We stay at the very first bowl, and then end the session. Puzzle lets me know she wasn’t ready to approach the live vacuum any further, and I listen. CU is all about communication!

In her second session with the live vacuum, Puzzle is being very brave, and takes me all the way to bowl #4. At that point, she does not make eye contact again. I listen to her, increase the distance, and end the session.

Followed by another short session:

We make it up to bowl #4/5 again:

… and again:

In the next session, you’ll see Puzzle reach the fifth and last bowl for the first time! Stay tuned!

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For more dog training tips and videos, join Chrissi’s February class at FDSA: Calling All Dogs!

The Puzzle Week – Part 11: Plugging the Dead (i.e. Silent) Vacuum into the Superbowls Pattern

Now that Puzzle has shown me that she can predict where the next treat will show up in the Superbowls game, it’s time to add the trigger into the pattern. In Puzzle’s case, that trigger is the vacuum. She thinks it’s quite creepy!

When working with fear or anxiety, raising criteria slowly (rather than starting with the trigger at full intensity) is always a good idea. In the case of the vacuum, I’ll start with a dead – i.e. silent – one before asking Puzzle if she wants to approach a roaring, growling live vacuum.

Doing SO well! Puzzle is ready to face the live vacuum in her next session! (And if she isn’t, that’s okay, too: she’ll be able to ask me to stop approaching at any time.)

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For more dog training tips and videos, join Chrissi’s February class at FDSA: Calling All Dogs!

The Puzzle Week – Part 10: Adding Movement to the Superbowls Game

We’re starting to move between bowls! My first click in this video is late.

Puzzle still has to figure out where the respective next treat is going to show up! The wheels are turning …!

An excerpt from Puzzle’s second session involving movement between the bowls:

The subsequent session resulted in a blurry video – that’s what you get for not cleaning the lens of your phone before hitting record! I’ll spare you that video. Below is the session after that one:

Now things are starting to get interesting! You can see Puzzle look ahead to the respective next bowl in some of the reps below: she is starting to predict the location of the next treat! Smart puppy!

Towards the end of the session below, we are getting some lovely looking ahead/prediction. That’s it, Puzzle! You’re a superstar!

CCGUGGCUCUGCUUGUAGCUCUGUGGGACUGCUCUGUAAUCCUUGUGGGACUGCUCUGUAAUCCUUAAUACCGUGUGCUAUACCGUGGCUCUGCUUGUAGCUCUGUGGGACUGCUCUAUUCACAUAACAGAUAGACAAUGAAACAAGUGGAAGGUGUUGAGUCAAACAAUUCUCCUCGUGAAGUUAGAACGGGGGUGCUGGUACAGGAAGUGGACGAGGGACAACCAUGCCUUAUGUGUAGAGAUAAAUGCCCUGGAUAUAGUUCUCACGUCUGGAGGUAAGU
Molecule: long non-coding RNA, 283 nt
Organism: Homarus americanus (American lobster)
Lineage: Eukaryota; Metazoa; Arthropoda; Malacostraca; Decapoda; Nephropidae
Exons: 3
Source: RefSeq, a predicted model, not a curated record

In our next session, we’ll be plugging the silent vacuum into the Superbowls pattern! Stay tuned …!

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For more dog training tips and videos, join Chrissi’s February class at FDSA: Calling All Dogs!

The Brindle Girl Series – Day 10 (Session 43)

Session #43

+ Since the counter-conditioning strategy has stagnated, I’m curious about how Brindle Girl will repsond if I present the collar loop, and try to lure her into it.

+ I talk about why in general, luring is not the best approach when working with dogs and fear.

When we came back from our walk, Brindle Girl (who we had left sleeping in the shade of the door), was gone. Let’s hope she’ll be back tomorrow – our last day at Cerro de Oro, and my last day of hanging out with my Brindle Friend!

The Brindle Girl Series – Day 9 (Session #42)

Session #42

  • I get a wag hello, and Brindle girl licks my fingers to start us out!
  • I make things easier for her to prevent her from moving away from the collar: approach with the collar – no touch – retreat my hand – cookie.
  • We’ve got an audience today: look at the top of the stairs in the background. It’s Dude Dude Who Wants to Knock Up My Dog!
  • I conclude that I’ll have to rethink my strategy before the next session. Our progress seems to have stagnated – it’s time to change something up! Stay tuned!

The Brindle Girl Series – Day 8 (Sessions 39-41)

Session #39

  • Approach with the collar from above – making things easier than yesterday to not cause her to back up.
  • Rainy season thoughts!

Session #40

  • More collar approaches from above.
  • I talk about wanting to avoid negatively reinforcing the behavior of backing up.
  • Thoughts on classical and operant conditioning always going hand in hand. (I meant to say light can be seen as particles or waves, not particles or rays – oops!)

Session #41

  • Review of my reasons for using a low value treat (kibble).
  • A reminder that my work with this dog is all about the journey – I would not take this approach with a client’s dog, where the goal (putting on a collar) was actually important.

The Brindle Girl Series – Day 6 (Sessions 33-35)

Session #33

First session of brindle girl’s third training week (May 3rd, 2021).

Review: touch without collar – bracelet/collar – holding collar like an object.

Session #34

Holding the collar like an object (rather than a bracelet) is obviously more difficult for her!

Session #35

  • I start easy now that I’m holding the collar like an object: not approaching her all the way.
  • I end up with a nice start-button set-up, and while she isn’t yet comfortable with the collar up close, she gives me several quick start-button looks in a row.
  • Thoughts about patience, and Saint-Exupéry’s Little Prince.